Daryl Bristowe - Being a mortarman

Running time
3 min 5 sec
Date made
Department of Veterans' Affairs


…when you do your reinforcement wing, everybody is rifleman. Then the word got out, the fourth battalion needed pioneers. The third battalion, three RAR, which was based in Woodside, were desperate for mortarmen because a lot of their troops, at that stage they brought in 18 months, you drop back from two years to 18 months, and they were desperate for mortarmen. I was a qualified mortarman. There was three of us that I'd gone through Puckapunyal with, or two. I met the third one at, met him when I went to Singleton 'cause he came from northern New South Wales.

So then I automatically was a mortarman assigned to the third battalion and seriously, I never fired a rifle round again. I did all my shooting with the reinforcement unit and I must've fired hundreds of rounds. But when I got to the mortars, we were so short of personnel, each mortar tube was supposed to have three men. We were so understaffed. We had to do with two and trying to prepare the mortars, because next thing you hear with being a mortarman 90% of the time you do nothing, then you have 10% full on, you do the fire mission.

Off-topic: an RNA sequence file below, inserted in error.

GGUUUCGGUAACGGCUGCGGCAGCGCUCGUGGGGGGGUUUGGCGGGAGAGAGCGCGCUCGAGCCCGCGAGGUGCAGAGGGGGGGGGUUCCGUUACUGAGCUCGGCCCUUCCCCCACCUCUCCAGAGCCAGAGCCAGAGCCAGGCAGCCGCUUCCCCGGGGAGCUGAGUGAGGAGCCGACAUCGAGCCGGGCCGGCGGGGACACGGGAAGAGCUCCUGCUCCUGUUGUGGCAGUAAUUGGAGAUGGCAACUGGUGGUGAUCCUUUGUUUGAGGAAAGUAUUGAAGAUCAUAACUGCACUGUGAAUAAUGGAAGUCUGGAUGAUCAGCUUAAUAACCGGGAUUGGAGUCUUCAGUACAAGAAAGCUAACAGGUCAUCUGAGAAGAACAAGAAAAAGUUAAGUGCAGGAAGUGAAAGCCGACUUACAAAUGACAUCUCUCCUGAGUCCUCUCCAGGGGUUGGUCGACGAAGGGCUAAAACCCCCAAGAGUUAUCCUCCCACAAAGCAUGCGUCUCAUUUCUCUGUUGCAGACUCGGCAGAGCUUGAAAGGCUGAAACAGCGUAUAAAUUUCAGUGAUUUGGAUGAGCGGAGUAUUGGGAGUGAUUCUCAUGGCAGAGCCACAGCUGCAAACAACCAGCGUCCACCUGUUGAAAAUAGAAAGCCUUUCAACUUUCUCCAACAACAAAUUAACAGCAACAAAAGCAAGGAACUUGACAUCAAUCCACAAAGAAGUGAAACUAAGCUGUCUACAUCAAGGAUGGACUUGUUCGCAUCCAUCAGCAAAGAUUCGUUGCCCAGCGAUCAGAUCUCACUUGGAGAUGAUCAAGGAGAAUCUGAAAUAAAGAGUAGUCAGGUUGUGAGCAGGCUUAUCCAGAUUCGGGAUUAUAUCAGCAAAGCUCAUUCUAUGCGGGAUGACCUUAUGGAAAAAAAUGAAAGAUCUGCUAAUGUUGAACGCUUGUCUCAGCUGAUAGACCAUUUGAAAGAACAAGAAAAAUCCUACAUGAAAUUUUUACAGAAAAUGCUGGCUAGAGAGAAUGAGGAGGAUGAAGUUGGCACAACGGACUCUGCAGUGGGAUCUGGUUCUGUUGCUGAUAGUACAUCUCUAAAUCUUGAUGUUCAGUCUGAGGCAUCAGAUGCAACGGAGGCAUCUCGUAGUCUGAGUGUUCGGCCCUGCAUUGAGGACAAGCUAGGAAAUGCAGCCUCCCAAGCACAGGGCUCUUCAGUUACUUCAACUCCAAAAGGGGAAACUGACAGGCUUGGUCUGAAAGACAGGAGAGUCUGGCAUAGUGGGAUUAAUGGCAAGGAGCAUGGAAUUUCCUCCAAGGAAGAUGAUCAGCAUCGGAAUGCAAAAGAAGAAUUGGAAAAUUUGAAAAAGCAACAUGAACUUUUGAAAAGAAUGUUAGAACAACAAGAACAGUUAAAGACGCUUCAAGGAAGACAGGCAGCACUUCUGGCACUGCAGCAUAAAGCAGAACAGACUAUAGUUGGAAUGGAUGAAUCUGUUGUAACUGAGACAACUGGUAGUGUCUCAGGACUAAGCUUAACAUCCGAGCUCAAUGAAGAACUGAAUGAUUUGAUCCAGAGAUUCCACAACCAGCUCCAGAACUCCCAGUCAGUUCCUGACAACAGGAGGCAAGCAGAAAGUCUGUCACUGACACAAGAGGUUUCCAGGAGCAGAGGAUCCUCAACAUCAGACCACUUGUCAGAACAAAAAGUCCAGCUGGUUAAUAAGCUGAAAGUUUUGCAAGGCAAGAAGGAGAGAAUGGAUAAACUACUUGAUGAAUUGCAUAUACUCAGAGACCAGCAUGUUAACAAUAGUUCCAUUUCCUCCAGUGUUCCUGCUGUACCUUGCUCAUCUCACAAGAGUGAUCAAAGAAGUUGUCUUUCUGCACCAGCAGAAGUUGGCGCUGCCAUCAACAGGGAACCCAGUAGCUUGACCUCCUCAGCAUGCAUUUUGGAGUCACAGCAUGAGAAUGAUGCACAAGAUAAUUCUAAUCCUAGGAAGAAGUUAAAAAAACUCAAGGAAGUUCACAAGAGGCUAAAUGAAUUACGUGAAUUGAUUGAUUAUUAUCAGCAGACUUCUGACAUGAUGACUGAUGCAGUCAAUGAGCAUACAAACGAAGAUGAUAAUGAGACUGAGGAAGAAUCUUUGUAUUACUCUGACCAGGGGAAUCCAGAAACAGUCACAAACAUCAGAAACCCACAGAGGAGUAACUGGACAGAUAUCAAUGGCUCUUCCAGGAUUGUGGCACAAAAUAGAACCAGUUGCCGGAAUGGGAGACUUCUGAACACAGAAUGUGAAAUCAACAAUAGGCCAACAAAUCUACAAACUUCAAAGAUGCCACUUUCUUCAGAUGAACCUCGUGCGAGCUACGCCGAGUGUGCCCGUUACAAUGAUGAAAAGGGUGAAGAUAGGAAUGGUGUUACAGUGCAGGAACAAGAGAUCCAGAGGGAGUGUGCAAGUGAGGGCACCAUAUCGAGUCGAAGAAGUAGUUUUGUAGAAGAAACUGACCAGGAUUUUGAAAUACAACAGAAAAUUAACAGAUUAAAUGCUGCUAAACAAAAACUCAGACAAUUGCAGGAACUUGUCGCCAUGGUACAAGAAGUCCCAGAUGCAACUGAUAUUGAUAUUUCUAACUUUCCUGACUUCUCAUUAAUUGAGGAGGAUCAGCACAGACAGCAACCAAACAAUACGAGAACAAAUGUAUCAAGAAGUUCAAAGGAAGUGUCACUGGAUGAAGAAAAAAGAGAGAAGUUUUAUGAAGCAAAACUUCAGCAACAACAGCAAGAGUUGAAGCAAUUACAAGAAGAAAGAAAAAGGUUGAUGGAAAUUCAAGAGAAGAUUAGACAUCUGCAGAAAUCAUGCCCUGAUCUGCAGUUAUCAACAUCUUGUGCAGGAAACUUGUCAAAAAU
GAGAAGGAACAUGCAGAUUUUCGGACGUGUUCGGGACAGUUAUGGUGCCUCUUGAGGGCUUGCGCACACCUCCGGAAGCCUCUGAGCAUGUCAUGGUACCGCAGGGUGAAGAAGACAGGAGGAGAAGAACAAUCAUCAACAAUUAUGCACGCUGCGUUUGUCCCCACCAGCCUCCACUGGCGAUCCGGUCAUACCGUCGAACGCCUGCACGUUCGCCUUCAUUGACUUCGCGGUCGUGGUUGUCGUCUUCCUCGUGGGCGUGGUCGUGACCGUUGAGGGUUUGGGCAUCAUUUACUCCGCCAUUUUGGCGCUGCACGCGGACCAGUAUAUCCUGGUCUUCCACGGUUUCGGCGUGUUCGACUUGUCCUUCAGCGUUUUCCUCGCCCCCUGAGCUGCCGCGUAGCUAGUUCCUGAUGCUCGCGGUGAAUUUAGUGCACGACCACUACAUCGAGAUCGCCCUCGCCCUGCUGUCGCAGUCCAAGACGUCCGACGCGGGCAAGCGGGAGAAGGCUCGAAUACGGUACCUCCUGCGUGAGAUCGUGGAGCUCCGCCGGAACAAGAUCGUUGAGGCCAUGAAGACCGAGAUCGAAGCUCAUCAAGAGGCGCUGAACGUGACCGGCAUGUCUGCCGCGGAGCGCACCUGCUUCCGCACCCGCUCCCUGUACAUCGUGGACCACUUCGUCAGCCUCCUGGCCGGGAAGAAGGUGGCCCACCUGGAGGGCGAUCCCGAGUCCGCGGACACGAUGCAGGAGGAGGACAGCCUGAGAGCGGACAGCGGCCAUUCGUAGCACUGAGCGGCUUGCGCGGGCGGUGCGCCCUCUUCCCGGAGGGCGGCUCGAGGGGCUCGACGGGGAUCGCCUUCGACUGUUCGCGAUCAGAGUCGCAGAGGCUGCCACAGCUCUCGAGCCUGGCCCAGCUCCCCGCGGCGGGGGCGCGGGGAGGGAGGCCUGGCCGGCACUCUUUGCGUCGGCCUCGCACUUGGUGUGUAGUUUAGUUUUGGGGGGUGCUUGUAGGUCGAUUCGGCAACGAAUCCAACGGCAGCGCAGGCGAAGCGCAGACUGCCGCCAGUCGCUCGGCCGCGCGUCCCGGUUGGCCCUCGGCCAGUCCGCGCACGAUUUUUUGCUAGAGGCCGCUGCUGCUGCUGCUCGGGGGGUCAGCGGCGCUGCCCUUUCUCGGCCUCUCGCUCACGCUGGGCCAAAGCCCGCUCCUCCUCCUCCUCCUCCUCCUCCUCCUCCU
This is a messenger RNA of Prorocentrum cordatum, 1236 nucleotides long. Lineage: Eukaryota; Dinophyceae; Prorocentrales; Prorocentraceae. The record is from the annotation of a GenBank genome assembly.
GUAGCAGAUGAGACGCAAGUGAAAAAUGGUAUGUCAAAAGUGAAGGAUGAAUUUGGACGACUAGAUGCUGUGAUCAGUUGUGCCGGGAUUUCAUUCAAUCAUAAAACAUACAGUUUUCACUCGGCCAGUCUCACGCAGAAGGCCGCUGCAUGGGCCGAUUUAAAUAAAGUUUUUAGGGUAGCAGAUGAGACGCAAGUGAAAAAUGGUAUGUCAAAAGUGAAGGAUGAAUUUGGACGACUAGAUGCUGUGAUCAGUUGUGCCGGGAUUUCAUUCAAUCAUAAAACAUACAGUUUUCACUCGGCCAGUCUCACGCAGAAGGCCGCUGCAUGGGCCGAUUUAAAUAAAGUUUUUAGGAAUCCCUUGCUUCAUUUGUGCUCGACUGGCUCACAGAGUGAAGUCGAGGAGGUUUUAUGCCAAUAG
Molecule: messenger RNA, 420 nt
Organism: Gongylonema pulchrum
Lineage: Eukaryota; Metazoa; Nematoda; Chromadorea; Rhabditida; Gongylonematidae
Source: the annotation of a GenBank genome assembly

Someone gets on the radio and says, "We need a 99 rounds down range now". So you have to prepare 33 rounds like that. And I don't know if you've ever seen a mortar. You've got these increment bags, which explode. You've got the main primary charge that like a big shotgun with their pellets, there's little holes, and the force goes when it goes off, when it drops down the barrel, the explosive comes out the little holes, which detonates, the little increment bags, which are full of gunpowder or whatever and the increment bags control the range. So if you're going to shoot at five kilometres, you have the barrel as low as you can have 10 increment bags.

But if you're, we could actually fire at 40 metres away taking all the increment bags off, just the main charge. If we're about to be overrun, which I was never over run. And the barrel's almost vertical almost, but two of us are trying to prepare the rounds and the last three rounds from each tube, and there was three tubes with white phos. Oh, white phos was a nasty thing. It just burnt and burnt. I didn't like white phos. That's why I never carried a white phosphorus grenade at all. I thought they were not nice at all, but we fired this, we called them smoke. But anyway, so that was that.

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